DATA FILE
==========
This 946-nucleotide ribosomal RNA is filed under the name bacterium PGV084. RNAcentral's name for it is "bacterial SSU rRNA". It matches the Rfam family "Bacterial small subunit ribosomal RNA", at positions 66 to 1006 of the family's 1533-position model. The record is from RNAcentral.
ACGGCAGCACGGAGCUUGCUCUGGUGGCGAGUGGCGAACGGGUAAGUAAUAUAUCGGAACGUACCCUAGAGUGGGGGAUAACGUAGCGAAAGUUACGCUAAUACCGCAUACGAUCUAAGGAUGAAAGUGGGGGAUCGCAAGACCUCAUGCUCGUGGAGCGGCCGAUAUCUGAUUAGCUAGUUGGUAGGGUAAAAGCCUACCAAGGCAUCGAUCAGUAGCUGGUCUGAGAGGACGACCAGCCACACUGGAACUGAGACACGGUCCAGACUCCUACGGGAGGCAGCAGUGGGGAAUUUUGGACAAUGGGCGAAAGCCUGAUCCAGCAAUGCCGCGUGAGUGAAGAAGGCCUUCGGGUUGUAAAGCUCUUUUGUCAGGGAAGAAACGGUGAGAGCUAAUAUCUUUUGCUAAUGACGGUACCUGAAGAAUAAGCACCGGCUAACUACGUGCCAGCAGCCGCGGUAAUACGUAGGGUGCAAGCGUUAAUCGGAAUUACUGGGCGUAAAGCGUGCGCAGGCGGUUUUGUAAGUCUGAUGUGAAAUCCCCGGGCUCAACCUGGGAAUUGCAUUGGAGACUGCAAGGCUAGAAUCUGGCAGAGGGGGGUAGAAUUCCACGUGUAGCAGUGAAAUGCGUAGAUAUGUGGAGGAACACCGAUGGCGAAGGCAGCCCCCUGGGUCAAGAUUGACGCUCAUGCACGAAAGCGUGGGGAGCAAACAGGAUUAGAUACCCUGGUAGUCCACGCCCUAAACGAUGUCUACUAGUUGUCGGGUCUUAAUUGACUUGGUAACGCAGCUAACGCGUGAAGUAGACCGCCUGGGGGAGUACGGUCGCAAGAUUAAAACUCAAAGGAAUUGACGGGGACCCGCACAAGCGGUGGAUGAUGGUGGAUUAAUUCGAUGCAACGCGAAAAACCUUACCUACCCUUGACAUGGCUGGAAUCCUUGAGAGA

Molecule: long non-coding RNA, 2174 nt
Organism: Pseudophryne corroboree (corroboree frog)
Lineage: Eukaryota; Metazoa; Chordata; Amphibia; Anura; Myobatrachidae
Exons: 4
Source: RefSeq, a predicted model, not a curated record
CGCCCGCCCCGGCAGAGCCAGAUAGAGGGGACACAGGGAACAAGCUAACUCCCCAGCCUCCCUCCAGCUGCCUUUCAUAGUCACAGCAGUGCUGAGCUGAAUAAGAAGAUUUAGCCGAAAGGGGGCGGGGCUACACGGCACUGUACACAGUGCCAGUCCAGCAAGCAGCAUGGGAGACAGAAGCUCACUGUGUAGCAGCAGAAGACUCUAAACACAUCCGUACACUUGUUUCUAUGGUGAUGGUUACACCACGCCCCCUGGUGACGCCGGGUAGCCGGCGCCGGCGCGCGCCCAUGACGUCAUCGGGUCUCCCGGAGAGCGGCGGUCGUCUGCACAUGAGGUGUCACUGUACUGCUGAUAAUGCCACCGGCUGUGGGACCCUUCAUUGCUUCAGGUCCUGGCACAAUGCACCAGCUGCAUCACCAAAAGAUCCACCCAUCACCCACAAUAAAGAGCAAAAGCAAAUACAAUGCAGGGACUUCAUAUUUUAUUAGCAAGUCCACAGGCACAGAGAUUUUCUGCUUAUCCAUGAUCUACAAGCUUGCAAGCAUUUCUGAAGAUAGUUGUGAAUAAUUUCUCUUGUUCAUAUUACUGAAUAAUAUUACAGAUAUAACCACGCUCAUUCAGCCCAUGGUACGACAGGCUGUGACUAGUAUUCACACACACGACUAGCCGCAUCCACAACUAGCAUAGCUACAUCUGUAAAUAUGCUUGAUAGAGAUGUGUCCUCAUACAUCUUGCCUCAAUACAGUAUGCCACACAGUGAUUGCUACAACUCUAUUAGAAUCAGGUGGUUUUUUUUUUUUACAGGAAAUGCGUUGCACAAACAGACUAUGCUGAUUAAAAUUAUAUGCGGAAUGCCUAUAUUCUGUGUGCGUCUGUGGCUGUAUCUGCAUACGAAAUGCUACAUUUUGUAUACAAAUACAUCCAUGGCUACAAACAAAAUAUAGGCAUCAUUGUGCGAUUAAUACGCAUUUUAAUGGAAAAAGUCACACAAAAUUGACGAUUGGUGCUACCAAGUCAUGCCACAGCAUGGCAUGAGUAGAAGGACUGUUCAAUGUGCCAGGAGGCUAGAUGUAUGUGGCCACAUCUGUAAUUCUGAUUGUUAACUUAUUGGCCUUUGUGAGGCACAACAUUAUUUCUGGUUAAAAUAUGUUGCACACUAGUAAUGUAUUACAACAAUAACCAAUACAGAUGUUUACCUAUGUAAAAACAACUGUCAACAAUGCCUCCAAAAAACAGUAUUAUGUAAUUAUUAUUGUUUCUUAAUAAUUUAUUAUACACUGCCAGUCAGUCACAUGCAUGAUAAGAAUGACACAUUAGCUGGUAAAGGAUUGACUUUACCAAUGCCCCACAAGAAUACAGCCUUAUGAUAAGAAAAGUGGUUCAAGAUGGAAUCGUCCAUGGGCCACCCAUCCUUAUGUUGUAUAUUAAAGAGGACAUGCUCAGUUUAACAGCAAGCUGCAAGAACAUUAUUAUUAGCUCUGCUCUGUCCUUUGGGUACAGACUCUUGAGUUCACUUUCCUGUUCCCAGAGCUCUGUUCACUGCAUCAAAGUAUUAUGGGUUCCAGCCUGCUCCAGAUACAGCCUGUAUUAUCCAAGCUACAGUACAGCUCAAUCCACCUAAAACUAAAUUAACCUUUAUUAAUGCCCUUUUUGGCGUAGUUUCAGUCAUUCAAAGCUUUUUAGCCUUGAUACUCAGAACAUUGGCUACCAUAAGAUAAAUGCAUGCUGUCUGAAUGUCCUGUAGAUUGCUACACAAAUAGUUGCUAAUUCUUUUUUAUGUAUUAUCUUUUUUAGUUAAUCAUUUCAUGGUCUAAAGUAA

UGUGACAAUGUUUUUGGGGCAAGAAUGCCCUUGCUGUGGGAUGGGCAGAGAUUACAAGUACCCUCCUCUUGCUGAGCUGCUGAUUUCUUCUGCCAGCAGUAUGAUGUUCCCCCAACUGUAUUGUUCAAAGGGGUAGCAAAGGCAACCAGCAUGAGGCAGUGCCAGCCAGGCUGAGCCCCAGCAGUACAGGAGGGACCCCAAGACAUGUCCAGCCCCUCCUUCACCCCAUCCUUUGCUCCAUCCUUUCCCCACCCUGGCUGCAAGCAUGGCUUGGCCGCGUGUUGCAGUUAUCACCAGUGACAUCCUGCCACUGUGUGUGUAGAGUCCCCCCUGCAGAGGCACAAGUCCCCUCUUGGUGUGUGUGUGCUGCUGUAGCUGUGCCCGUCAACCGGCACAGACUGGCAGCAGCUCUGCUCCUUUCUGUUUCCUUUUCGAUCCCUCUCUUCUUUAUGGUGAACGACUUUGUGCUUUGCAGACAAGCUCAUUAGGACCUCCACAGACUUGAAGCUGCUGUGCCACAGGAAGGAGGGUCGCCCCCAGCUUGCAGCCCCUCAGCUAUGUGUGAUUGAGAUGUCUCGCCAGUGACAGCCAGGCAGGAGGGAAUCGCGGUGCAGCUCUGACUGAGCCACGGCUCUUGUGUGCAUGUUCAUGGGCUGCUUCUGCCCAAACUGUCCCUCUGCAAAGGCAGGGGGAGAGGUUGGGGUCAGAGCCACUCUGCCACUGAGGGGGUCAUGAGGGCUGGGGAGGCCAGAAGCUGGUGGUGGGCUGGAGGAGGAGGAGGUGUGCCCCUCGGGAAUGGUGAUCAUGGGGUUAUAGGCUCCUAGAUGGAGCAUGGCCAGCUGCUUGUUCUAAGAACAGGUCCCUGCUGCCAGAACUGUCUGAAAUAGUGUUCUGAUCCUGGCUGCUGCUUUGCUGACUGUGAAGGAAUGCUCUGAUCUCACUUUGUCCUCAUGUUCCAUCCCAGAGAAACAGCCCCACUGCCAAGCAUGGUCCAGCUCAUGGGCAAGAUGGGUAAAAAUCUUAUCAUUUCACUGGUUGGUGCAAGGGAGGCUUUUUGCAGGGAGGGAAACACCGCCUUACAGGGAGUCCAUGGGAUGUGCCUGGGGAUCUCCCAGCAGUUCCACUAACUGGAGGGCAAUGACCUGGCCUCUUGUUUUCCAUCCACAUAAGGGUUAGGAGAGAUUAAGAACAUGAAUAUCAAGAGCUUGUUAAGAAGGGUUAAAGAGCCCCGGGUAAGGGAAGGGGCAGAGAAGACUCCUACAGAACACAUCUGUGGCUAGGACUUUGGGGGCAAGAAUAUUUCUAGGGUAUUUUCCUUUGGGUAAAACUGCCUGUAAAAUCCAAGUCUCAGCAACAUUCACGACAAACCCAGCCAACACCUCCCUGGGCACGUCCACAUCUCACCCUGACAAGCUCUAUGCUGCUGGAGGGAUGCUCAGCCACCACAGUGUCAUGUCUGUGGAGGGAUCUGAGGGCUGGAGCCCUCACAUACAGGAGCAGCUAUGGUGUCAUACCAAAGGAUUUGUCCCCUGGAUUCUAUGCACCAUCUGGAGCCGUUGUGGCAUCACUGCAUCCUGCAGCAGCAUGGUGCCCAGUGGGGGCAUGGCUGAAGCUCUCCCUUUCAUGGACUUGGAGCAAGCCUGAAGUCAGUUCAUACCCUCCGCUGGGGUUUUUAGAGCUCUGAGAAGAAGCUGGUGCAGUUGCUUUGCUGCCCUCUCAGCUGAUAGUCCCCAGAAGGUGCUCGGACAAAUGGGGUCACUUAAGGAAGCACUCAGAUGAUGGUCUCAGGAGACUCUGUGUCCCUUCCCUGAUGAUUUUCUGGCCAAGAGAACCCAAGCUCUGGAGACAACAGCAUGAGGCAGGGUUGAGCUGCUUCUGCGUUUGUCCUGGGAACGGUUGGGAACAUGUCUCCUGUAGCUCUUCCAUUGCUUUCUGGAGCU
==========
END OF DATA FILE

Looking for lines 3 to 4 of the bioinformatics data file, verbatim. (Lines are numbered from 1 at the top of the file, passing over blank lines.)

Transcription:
Molecule: long non-coding RNA, 2174 nt
Organism: Pseudophryne corroboree (corroboree frog)